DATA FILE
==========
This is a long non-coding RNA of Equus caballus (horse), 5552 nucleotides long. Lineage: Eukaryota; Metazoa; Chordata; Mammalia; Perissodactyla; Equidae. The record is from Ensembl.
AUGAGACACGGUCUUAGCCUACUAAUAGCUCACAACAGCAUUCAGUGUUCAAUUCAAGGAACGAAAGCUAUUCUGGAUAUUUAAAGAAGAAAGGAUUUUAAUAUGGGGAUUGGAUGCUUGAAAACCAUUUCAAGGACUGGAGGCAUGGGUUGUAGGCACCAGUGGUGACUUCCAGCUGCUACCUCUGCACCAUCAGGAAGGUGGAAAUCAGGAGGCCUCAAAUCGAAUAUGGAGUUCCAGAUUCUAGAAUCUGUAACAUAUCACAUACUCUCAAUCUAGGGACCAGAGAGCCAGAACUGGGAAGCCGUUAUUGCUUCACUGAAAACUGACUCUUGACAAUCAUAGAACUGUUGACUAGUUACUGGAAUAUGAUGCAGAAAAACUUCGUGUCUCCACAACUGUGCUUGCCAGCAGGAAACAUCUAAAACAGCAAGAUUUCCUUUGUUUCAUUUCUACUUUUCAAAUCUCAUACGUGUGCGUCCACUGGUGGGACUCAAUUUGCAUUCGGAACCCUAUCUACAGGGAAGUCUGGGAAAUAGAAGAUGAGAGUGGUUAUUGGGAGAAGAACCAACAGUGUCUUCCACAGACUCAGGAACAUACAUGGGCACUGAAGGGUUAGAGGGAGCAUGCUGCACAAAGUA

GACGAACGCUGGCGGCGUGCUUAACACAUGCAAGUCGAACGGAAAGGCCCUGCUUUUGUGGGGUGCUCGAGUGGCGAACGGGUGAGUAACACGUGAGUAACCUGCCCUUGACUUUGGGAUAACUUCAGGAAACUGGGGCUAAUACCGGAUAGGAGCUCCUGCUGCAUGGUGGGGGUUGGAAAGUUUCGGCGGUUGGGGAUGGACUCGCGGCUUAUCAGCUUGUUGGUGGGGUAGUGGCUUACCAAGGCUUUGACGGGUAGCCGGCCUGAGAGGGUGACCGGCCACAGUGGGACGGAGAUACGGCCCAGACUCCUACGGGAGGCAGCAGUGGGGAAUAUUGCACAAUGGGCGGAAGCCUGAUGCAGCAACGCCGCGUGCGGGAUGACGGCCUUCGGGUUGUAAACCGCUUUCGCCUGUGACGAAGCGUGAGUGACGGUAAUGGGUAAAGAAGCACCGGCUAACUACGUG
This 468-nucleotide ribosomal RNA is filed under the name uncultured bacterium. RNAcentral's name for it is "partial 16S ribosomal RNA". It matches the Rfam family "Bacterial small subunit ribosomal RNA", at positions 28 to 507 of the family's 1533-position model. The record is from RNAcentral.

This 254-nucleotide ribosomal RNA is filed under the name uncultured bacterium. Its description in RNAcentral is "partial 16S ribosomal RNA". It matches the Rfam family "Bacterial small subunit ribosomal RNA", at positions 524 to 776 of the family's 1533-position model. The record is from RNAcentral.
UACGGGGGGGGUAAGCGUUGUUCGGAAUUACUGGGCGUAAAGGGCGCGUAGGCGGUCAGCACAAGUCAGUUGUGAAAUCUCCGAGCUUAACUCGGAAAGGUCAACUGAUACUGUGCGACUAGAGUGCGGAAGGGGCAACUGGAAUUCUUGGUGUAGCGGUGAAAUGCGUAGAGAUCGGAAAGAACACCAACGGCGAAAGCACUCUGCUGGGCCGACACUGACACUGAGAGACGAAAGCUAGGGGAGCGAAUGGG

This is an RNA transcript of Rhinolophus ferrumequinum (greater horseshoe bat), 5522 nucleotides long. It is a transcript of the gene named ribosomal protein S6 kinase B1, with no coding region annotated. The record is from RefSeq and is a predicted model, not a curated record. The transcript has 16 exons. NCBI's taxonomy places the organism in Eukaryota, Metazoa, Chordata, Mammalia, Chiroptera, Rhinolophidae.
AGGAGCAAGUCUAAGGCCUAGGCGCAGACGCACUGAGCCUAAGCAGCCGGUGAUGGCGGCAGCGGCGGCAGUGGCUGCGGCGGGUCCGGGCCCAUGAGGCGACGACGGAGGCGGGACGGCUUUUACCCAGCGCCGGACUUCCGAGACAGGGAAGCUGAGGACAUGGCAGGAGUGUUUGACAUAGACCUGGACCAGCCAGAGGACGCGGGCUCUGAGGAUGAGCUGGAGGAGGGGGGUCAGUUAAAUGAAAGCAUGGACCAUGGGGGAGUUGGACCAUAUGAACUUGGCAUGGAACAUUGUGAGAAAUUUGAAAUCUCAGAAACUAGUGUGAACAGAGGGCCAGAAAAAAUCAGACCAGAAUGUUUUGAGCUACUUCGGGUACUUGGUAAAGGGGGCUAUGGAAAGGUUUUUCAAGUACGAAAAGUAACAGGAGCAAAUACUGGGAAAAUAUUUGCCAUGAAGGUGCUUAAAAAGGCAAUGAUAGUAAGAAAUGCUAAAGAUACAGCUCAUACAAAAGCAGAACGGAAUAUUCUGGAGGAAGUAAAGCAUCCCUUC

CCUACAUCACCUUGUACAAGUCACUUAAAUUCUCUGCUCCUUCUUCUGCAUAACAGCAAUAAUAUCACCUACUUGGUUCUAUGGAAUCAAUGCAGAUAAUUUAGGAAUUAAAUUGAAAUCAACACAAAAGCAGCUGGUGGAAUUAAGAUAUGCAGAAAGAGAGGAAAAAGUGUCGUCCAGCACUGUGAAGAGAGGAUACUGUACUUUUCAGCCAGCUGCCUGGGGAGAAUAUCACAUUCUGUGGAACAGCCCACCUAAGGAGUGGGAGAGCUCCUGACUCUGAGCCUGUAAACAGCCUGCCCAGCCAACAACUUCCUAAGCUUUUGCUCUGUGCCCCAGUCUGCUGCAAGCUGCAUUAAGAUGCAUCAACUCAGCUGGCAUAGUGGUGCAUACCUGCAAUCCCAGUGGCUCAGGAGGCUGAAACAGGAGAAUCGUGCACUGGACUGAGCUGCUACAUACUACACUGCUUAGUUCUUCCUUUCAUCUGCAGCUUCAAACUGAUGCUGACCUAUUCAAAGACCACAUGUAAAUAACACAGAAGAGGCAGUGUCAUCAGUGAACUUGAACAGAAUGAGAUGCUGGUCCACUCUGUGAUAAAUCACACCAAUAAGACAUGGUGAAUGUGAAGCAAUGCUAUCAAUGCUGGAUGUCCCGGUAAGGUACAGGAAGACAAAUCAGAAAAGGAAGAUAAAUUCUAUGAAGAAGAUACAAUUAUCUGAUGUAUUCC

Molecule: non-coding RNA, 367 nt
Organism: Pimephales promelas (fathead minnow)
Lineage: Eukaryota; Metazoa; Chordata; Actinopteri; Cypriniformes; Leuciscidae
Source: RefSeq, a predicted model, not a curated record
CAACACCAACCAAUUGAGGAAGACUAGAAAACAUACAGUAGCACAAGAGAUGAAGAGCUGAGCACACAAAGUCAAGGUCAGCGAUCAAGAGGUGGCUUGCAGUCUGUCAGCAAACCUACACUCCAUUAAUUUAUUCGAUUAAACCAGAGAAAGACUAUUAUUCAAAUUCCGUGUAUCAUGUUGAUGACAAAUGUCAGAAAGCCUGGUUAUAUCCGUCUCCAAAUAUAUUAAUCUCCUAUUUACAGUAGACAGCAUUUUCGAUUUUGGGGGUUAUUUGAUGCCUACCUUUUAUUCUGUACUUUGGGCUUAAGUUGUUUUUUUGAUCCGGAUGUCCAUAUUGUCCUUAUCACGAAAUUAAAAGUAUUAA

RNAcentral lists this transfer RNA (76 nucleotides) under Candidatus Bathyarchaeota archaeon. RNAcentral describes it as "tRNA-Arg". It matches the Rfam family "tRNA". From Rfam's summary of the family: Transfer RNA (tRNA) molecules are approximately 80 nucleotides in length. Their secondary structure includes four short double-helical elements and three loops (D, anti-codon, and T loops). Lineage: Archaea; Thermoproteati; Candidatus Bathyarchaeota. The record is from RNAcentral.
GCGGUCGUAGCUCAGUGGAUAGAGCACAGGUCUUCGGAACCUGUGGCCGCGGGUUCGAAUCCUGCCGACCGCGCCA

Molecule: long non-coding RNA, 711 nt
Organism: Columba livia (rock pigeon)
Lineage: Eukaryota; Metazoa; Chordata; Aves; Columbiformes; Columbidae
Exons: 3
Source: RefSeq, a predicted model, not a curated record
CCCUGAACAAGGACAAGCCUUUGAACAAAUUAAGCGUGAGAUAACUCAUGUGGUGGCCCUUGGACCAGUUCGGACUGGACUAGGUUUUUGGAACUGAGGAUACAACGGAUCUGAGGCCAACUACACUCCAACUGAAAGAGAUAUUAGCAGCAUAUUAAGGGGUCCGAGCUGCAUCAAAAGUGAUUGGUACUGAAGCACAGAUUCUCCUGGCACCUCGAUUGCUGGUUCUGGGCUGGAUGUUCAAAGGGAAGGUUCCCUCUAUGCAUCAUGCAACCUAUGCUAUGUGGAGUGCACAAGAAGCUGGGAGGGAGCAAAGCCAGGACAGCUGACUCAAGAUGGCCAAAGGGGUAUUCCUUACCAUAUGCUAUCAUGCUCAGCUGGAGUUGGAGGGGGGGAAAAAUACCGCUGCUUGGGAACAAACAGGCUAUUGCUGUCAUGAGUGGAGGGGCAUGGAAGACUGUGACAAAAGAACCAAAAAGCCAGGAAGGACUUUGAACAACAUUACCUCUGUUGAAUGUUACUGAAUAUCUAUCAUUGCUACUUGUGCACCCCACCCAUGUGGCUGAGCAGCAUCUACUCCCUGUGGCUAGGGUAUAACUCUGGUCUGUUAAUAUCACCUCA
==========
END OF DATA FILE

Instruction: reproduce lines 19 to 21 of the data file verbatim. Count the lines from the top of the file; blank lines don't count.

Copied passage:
Lineage: Eukaryota; Metazoa; Chordata; Aves; Columbiformes; Columbidae
Exons: 3
Source: RefSeq, a predicted model, not a curated record